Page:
Antonio’s joy is short-lived. As he’s standing on his ladder one day, pasting up a poster of Rita Hayworth, his bicycle is swiped from the wall where it is leaning next to him.

The rest of the film follows Antonio’s journey through Rome with his son Bruno as they search for the bicycle, the bicycle thief, and the larger network of thieves who helped pull off the theft.

When Bicycle Thieves ended, it left me with a mixture of sadness and exhilaration that I haven’t felt since the first time I watched Luis Buñuel’s Los Olvidados (1950).

Bicycle Thieves is very different from Los Olvidados, and its tragedies are less earth-shaking, but it affected me in a way that cinematic death and destruction almost never does.

Antonio and Bruno

The Italian neorealist movement started with Roberto Rossellini’s Rome, Open City (1945). Neorealism rejected Hollywood-style glamor in favor of nonprofessional actors working in real locations. Although neorealist films are shot in a verité style, none of them are documentaries. While De Sica’s actors were all appearing in a film for the first time, he was a seasoned director working with a professional crew. There is even a rainstorm in Bicycle Thieves that De Sica and his crew created themselves.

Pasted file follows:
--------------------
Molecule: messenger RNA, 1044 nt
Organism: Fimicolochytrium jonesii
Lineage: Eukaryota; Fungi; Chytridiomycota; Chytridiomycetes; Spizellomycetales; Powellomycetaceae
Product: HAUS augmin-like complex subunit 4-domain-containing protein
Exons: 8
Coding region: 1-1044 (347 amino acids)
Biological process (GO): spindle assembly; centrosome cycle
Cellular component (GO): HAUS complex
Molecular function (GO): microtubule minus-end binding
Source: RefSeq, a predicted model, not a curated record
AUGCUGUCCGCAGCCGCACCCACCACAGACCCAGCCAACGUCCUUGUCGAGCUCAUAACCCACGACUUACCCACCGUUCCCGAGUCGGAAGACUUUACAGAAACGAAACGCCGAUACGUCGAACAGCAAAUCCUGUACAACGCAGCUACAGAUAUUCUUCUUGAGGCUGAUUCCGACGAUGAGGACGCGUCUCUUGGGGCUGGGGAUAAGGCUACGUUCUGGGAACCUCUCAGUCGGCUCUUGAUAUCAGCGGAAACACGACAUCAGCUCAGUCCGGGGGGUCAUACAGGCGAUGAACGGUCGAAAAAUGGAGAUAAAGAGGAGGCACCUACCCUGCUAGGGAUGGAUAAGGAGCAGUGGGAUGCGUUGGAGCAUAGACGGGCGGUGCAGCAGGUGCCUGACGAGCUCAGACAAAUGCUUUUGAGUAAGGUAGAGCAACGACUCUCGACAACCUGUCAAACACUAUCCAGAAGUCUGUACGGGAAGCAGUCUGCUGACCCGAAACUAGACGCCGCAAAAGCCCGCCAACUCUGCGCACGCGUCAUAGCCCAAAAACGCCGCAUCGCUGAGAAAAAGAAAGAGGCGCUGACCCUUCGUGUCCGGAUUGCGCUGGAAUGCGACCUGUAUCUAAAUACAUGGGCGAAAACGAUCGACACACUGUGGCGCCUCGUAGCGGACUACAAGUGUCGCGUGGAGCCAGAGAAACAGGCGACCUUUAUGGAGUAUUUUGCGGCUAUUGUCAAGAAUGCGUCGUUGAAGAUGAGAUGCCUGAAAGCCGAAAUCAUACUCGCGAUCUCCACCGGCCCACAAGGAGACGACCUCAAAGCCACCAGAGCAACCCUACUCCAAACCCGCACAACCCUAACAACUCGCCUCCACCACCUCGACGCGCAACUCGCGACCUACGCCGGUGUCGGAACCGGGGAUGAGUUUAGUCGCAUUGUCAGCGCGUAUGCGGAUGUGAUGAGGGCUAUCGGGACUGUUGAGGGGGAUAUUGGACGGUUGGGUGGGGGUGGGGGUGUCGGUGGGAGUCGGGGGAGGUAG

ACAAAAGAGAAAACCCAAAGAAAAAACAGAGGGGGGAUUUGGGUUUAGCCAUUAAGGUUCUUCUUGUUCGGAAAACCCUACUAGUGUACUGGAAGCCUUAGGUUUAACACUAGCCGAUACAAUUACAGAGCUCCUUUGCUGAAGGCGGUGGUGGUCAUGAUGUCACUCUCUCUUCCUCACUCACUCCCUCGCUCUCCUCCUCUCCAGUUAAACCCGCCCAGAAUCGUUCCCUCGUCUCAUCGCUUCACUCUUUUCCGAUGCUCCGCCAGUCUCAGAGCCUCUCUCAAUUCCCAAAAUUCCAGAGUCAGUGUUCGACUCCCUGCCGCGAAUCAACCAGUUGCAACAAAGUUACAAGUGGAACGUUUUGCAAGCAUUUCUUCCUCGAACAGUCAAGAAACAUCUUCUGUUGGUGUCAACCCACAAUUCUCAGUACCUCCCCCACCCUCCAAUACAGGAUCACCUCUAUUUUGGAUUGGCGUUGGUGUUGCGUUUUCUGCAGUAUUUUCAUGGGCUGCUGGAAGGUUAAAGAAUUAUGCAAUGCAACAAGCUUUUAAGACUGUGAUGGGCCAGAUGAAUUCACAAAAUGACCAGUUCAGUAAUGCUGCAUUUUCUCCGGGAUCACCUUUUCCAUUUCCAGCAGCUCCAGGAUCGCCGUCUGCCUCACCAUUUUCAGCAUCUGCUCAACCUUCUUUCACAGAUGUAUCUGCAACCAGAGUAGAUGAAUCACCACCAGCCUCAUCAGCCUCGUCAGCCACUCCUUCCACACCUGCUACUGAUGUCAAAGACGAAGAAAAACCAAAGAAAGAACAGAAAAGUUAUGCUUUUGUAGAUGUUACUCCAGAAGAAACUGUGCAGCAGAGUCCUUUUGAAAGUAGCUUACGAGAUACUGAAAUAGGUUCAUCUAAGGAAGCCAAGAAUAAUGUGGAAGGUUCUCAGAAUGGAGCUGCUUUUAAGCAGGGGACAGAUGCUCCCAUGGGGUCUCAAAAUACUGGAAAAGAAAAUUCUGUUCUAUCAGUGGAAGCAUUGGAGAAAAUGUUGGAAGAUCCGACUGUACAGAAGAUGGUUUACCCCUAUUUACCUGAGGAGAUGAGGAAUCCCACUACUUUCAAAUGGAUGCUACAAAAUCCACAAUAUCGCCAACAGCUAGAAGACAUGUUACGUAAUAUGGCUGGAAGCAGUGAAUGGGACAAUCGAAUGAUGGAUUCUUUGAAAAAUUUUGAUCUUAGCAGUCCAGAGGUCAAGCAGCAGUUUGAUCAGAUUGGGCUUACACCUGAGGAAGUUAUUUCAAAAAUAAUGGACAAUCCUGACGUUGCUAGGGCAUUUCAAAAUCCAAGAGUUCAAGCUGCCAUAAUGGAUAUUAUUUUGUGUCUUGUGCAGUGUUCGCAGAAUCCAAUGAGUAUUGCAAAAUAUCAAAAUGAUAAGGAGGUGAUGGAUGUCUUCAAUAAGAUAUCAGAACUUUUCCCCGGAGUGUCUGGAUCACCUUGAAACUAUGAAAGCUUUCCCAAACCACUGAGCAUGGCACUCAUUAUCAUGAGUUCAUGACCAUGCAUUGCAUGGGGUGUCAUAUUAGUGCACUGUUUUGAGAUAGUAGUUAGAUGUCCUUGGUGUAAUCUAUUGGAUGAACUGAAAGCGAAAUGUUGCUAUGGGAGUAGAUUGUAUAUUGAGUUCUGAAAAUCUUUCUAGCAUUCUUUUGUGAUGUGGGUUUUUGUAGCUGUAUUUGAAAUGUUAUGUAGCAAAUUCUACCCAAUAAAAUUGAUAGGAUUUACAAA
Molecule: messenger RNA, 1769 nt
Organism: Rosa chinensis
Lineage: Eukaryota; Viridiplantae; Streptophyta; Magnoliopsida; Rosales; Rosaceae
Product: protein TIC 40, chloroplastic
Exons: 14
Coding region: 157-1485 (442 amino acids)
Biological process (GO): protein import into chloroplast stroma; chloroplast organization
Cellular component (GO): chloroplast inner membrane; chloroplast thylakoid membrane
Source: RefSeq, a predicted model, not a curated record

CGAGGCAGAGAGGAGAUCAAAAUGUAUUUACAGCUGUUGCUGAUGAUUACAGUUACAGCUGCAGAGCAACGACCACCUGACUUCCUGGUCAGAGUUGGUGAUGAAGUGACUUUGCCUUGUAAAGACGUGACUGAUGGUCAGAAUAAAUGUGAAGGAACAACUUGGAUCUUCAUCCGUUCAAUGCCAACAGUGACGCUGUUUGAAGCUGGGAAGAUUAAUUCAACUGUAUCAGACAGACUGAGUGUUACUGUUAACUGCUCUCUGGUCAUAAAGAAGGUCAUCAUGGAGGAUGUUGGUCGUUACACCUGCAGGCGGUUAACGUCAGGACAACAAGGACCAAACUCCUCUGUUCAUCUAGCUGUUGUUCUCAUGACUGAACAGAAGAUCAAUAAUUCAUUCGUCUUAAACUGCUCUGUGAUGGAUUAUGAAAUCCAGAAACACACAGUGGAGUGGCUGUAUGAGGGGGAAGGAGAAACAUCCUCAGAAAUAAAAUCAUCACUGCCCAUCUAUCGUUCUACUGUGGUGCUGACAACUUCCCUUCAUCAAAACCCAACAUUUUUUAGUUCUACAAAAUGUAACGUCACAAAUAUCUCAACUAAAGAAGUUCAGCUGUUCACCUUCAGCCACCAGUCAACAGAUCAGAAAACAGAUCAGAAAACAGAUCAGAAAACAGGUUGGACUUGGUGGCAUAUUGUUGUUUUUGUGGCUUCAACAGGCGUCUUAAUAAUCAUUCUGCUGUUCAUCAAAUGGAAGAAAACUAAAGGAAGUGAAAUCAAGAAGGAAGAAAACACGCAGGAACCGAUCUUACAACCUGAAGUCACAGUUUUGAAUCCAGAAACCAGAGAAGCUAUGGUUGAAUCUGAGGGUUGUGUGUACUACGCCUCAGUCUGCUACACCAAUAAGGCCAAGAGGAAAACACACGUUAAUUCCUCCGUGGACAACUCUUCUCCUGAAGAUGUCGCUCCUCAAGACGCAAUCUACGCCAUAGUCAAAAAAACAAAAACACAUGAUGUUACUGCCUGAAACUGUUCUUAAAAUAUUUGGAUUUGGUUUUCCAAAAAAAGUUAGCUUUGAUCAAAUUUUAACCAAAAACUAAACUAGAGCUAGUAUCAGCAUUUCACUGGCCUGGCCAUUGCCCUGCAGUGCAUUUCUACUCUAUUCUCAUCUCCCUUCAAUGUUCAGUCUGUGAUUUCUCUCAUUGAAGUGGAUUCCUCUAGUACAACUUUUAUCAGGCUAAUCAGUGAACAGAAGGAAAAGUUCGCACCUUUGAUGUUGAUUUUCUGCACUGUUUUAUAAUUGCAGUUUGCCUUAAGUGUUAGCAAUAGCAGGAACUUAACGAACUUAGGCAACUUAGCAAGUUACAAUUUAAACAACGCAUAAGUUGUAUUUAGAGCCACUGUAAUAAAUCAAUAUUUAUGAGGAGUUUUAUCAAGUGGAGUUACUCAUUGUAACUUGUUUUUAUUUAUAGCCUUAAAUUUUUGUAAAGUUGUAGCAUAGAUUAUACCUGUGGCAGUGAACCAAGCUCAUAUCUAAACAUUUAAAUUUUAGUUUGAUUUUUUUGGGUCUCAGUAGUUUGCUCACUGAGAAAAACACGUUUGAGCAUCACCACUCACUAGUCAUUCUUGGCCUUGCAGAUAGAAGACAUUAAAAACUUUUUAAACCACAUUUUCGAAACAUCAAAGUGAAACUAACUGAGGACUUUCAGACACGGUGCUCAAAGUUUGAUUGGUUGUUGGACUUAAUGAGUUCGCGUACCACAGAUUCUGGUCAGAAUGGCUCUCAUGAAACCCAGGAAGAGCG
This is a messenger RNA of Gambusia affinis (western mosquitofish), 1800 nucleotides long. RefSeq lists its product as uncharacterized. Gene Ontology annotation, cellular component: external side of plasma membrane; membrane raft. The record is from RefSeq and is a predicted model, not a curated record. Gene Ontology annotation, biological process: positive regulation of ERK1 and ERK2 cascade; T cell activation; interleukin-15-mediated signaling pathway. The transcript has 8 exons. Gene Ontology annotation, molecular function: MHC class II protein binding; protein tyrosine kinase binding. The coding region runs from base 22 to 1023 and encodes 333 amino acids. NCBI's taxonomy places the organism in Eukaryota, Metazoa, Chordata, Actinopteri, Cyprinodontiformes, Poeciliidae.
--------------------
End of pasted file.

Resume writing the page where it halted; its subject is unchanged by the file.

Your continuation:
As Antonio, Lamberto Maggiorani is not always likeable, but he is always relatable and always seems like a real person. Enzo Staiola, who plays his son Bruno, gives a deeply affecting performance. In the beginning of the film he’s a “little man,” and makes a lot of gestures and utterances that are funny because they seem so adult. But in the end, he’s just a child, and his wordless acting conveys so much.

What impressed me most about Bicycle Thieves was the way it used grandness of scale to tell a story of individuals. When Maria pawns her family’s linen at the beginning of the film, we watch it slowly disappear into a huge warehouse of pawned linen. Each bundle tells its own sad story. For the majority of the film, the number of people and bicycles in Rome is overwhelming. But we never stop thinking about that one, precious bicycle that Antonio and Bruno are searching for. The film ends with Antonio and Bruno disappearing into a crowd, just the way the linen disappeared into a warehouse of linen, and the way his bicycle disappeared into streets full of bicycles. The man and his son are just two tiny people in a sea of humanity, but when the film ended, their story meant more to me than I can express.